Yet as sweet and cockle-warming as that idea might be, I’m not sure that we are the team Matisyahu is batting for.
There are a few questions I think need consideration when you talk about pop culture fame for an Orthodox Jew, or rather, pop culture fame for being an Orthodox Jew. Plenty of religious Jews have done noteworthy things: written books, produced movies, almost anything you can imagine. However, the focus of their fame is not their religion, but their art. Matisyahu, on the other hand, seems to draw as much attention to his affiliation as his music. His instantly recognizable Chabad style—suit, beard, tzizis, hat—functions as a gimmick, and if he doesn’t consciously intend for it to do so, his advertisers certainly do. This is because unlike any other album of Jewish music to date, the main purchasers of Matisyahu’s cd—and I think, to a certain extent, the people who attend his concerts—are not Jewish.
That changes quite a bit. Suddenly, it’s not ourselves we’re singing to; it’s the rest of the world. These people can’t tell the subtle difference between one type of Orthodox and another, they don’t even understand Matisyahu’s lyrics, and as his fame grows, chances are that when someone mentions ‘Orthodox’ to them, or even just ‘Jew’, Matisyahu is going to be the first image more and more people conjure up. Like it or not, Matisyahu’s our representative to the world. How should we feel about that? Is he an accurate reflection of who we are?
It’s not a simple question. I’m not sure Matisyahu even accurately reflects Chabad, let alone most of the Orthodox world. You may argue that it isn’t fair to burden Matisyahu with the impossible task of representing the Orthodox, but by making religion his gimmick, he has signed himself up for the job.
Furthermore, both Matisyahu and his music are so ubiquitous these days that they draw a considerable amount of attention to the Orthodox community. That prompts another question: do we want this attention? Is it good or bad?
I am torn. I’ve heard people say that the attention is good, because it will reach and inspire more secular Jews in a way that no Chevra album ever stands a chance of accomplishing. Some think that Matisyahu can pique the interest of Jews who have no other connection to their religion and bring them closer to Judaism. I think that probably could happen; if it’s ‘cool’ to like Matisyahu, and by correlation, ‘cool’ to be Jewish, some good may definitely be accomplished. But despite the hype, I seriously doubt Jewish reggae is going to be the next rock n’ roll. What happens when Matisyahu becomes suddenly and terribly out of vogue? Do the new kipah and tzizis go with it?
Let’s consider that for a moment. What does happen when Matisyahu gets old? What happens when tabloids start digging for dirt? That, too, reflects on us. The superstar treatment—or even just the fad of the moment—includes microscopic scrutiny of every action and word. If Matisyahu slips up, if he cracks under pressure or is caught in any compromising situation, suddenly it’s a commentary on the Orthodox community. These are issues that were debated way back in 2000 when Joe Lieberman made it to the ballot. I remember being angry then that many Jews spoke about deliberately not voting for Gore to prevent such a situation from taking place, but while I still support Lieberman, I’m not so sure that I need an Orthodox reggae singer on TRL to worry about.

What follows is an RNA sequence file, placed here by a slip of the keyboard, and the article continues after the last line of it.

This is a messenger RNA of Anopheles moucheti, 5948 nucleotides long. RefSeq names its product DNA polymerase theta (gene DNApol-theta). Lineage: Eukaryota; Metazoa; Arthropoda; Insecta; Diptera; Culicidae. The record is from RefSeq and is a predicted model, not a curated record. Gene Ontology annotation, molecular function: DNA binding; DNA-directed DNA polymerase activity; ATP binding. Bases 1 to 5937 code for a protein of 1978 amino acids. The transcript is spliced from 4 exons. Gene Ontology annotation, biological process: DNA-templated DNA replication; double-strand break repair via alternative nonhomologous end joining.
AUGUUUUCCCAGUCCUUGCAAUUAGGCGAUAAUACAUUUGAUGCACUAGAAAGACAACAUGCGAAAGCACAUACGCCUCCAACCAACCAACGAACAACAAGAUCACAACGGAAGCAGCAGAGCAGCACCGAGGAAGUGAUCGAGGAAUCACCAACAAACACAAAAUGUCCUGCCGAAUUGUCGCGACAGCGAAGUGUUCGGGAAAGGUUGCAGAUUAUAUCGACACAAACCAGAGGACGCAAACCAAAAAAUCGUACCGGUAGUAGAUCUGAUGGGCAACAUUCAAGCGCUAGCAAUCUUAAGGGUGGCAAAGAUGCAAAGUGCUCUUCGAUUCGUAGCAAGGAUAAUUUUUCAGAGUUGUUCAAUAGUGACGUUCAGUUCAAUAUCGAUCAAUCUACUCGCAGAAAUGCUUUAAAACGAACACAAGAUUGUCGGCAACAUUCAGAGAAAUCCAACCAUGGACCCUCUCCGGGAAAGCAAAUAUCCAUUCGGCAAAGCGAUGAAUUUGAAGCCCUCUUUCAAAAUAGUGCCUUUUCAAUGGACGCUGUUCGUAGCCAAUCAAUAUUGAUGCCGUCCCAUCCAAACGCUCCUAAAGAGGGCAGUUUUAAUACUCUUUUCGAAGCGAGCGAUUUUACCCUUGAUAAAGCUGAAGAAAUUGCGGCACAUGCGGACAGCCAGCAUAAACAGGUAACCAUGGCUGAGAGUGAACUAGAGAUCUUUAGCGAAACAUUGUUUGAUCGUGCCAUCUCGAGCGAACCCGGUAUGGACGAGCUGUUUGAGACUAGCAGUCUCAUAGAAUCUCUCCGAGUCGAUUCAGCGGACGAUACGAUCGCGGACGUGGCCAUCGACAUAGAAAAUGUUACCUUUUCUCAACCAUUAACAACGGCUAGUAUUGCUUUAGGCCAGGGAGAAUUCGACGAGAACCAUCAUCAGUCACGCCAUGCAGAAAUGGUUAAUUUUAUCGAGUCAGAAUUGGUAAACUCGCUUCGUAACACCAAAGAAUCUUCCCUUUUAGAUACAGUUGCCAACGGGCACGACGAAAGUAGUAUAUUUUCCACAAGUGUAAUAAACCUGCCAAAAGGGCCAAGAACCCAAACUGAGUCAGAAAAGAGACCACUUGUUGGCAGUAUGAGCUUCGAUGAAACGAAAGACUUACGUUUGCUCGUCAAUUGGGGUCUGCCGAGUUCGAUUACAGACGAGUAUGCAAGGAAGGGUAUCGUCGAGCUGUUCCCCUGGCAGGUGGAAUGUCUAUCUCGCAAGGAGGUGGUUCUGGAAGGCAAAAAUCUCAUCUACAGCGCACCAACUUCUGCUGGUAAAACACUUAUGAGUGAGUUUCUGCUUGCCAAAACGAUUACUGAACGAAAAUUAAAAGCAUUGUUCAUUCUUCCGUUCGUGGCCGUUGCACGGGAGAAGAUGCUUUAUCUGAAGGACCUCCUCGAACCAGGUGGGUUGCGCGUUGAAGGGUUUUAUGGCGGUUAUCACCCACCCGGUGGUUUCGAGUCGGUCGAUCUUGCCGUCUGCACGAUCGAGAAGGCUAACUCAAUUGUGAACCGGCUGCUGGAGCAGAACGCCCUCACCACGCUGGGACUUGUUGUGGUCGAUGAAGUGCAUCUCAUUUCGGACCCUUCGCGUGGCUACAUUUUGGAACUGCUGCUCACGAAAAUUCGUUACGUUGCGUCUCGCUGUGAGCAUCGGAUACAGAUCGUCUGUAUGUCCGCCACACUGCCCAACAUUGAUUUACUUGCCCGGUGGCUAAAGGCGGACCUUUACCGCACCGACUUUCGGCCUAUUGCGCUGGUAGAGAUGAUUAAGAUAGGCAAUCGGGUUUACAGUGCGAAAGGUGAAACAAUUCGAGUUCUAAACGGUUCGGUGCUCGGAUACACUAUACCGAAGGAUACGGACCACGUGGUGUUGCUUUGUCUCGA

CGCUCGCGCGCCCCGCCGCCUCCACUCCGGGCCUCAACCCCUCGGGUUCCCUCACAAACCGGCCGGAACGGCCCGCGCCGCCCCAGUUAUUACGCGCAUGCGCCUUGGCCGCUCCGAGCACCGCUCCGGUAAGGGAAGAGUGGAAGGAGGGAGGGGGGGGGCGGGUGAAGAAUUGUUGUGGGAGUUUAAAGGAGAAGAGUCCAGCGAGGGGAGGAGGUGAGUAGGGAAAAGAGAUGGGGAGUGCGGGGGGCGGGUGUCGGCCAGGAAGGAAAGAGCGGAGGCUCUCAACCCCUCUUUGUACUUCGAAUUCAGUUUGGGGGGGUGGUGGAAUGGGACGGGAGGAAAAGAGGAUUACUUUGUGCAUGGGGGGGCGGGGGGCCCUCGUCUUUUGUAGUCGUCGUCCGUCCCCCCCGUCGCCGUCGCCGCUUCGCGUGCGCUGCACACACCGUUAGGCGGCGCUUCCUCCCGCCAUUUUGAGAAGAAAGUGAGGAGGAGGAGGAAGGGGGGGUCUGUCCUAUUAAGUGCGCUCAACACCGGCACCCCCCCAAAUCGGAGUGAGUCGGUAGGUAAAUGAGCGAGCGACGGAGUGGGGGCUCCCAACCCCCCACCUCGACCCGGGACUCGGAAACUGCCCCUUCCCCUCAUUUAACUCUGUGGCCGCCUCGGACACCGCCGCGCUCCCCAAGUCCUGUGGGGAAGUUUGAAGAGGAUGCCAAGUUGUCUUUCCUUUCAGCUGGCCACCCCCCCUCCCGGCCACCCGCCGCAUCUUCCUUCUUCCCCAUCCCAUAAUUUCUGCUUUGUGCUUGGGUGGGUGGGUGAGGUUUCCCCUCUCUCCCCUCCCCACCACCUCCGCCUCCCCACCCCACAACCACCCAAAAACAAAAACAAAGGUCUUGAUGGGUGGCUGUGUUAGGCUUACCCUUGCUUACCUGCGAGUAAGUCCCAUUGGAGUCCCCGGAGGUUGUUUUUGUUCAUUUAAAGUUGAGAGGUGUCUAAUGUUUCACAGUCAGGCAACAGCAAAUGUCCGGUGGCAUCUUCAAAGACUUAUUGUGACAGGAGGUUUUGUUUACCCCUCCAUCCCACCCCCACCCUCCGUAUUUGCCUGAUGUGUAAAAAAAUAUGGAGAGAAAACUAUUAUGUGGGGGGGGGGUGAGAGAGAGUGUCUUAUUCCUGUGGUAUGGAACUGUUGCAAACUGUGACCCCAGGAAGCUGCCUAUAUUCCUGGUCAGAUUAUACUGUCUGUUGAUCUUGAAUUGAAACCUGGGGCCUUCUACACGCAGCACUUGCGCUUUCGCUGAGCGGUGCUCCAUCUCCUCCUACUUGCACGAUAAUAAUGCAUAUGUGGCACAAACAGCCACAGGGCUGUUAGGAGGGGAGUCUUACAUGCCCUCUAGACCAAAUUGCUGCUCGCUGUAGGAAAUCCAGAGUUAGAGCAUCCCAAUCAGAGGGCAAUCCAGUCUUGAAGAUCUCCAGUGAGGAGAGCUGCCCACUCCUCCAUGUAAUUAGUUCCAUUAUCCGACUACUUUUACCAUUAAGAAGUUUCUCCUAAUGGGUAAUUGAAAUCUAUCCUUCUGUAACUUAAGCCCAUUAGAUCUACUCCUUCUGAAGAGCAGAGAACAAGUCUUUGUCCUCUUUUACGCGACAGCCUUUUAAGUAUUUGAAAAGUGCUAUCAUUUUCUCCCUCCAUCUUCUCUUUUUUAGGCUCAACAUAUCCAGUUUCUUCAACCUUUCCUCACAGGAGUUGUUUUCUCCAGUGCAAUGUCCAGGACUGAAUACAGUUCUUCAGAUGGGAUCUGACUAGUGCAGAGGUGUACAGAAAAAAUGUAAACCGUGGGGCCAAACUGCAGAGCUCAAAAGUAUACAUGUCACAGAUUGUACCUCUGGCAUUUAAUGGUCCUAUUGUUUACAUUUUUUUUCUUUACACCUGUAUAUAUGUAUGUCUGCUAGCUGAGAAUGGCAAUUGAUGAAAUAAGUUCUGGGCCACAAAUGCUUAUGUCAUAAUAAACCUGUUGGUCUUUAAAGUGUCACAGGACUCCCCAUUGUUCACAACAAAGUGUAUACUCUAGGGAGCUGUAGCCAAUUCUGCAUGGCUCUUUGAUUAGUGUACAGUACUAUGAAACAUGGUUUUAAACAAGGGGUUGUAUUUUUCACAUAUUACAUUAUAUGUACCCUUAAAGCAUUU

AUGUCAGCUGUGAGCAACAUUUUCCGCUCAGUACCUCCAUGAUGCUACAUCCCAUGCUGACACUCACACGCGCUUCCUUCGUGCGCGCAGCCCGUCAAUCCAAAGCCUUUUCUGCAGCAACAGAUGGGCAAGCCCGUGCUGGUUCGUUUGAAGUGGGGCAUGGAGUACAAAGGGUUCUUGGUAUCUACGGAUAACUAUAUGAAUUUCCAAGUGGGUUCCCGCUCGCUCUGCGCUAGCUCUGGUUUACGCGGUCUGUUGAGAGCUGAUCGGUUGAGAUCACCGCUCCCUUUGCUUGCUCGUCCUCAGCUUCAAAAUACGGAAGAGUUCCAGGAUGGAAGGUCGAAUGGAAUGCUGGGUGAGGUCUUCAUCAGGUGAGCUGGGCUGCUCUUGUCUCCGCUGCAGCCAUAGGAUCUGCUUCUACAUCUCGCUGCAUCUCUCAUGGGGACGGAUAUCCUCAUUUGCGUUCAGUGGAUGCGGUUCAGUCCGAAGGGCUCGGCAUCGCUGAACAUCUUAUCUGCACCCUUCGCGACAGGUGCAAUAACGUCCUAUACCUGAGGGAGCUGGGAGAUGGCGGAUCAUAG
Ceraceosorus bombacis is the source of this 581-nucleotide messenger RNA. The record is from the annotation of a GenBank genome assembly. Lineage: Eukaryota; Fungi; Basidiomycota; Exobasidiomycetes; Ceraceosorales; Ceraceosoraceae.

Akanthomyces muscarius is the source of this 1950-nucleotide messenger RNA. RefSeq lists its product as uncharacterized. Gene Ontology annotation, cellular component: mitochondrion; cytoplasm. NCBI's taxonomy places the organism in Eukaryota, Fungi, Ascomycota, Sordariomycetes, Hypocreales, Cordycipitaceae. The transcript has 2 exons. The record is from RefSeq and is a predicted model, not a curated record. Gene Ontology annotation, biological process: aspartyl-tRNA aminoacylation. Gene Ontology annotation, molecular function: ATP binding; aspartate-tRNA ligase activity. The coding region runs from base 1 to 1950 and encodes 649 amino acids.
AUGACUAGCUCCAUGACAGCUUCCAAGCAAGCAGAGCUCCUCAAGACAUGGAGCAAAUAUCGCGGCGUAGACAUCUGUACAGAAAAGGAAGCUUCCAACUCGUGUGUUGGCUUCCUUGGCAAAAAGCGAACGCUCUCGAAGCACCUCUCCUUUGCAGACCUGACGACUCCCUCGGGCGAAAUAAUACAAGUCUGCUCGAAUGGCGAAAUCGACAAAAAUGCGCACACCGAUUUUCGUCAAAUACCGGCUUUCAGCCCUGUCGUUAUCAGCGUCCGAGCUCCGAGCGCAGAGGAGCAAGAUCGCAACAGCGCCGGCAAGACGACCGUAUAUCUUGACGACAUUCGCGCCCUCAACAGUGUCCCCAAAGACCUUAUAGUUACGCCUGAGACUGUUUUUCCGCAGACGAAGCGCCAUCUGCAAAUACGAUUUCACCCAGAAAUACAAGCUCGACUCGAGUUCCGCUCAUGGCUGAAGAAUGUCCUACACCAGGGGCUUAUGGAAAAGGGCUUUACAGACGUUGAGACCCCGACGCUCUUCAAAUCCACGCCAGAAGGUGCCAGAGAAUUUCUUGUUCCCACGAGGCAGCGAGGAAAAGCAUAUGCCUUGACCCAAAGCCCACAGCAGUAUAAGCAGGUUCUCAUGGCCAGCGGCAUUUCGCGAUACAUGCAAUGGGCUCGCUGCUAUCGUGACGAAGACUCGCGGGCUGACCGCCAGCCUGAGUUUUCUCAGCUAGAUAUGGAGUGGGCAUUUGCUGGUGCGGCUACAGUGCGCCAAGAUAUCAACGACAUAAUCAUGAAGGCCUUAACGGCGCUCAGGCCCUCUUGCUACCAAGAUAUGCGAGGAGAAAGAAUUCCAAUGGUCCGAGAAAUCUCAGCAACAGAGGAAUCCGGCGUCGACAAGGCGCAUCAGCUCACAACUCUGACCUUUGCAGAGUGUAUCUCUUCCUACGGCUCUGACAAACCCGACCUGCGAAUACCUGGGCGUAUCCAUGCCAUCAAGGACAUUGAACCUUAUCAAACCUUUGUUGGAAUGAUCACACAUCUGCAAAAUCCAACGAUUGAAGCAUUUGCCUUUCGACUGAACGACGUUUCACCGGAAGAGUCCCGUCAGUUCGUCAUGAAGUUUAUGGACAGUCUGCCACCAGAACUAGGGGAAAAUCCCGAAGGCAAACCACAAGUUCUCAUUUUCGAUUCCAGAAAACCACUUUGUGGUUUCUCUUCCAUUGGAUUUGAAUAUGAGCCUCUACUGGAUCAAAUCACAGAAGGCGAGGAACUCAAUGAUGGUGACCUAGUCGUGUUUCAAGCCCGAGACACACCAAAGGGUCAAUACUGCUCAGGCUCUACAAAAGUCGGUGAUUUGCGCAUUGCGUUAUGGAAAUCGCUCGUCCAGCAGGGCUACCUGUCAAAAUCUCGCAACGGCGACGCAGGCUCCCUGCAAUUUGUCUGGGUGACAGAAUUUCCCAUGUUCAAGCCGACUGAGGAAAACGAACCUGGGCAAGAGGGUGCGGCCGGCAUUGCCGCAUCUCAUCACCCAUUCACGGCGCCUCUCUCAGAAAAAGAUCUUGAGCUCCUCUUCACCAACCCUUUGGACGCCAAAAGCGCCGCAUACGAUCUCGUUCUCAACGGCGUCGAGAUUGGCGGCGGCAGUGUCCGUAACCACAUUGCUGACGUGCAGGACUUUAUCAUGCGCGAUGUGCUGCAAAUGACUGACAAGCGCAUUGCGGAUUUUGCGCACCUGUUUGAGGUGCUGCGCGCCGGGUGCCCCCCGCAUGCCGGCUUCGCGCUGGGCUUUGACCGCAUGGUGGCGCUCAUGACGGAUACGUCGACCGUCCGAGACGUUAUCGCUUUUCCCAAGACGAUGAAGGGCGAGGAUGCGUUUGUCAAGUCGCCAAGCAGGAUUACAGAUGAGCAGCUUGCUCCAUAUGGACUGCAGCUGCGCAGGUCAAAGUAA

It is my last question, however, which disturbs me the most.
I put all the questions I mentioned here to an Orthodox musician, wondering if he had any insight into the Matisyahu phenomenon. For the most part, his answers echoed my questions, as well as opinions I’d heard from other people who discussed this. The last question, though, prompted a different response. It talked about my perception of the two worlds—the sphere of Jewish music and the people MTV was talking to—as being separate, a perception apparently held by many Orthodox artists up to this point. My question was: were we wrong all along? Is it in fact possible for these two worlds to mix—for a religious Jew to have a music video on TRL?
At this point the musician corrected me, framing the question in a different light: “Is it possible for a religious Jew to put himself in the many questionable situations it takes to get TRL to play his video?”
There is, he said, no inherent problem with having a video on MTV, just as there is no inherent problem with having a non-Jew buy your album or come to your concert. But getting the video there takes work, and you’ve got to interact with some problematic things. Perhaps the reason why no Orthodox Jew has ever ‘broken out’ before is not because none have ever been as musically adventurous as Matisyahu—which is not all that much—but because they chose not to deal with these things. They preferred to stick to the cleaner waters and play for the people they were singing to in the first place.
It is very nice to cheer on Jewish athletes at the Olympics, but all pride and team spirit aside, I think perhaps the last way is the better way to go. To mangle a popular saying, non-Jews need Jewish music like a fish needs a bicycle. It’s the same as Madonna’s Kabbalah. Don’t get me wrong: if the music is good enough, maybe non-Jews will like it, and good for them. But to specifically target non-Jewish audiences does not sit well with me. Forget about all the complicating risks—I think it just misses the point.
Still, I am unsure. And the question lingers: how should we feel about Matisyahu?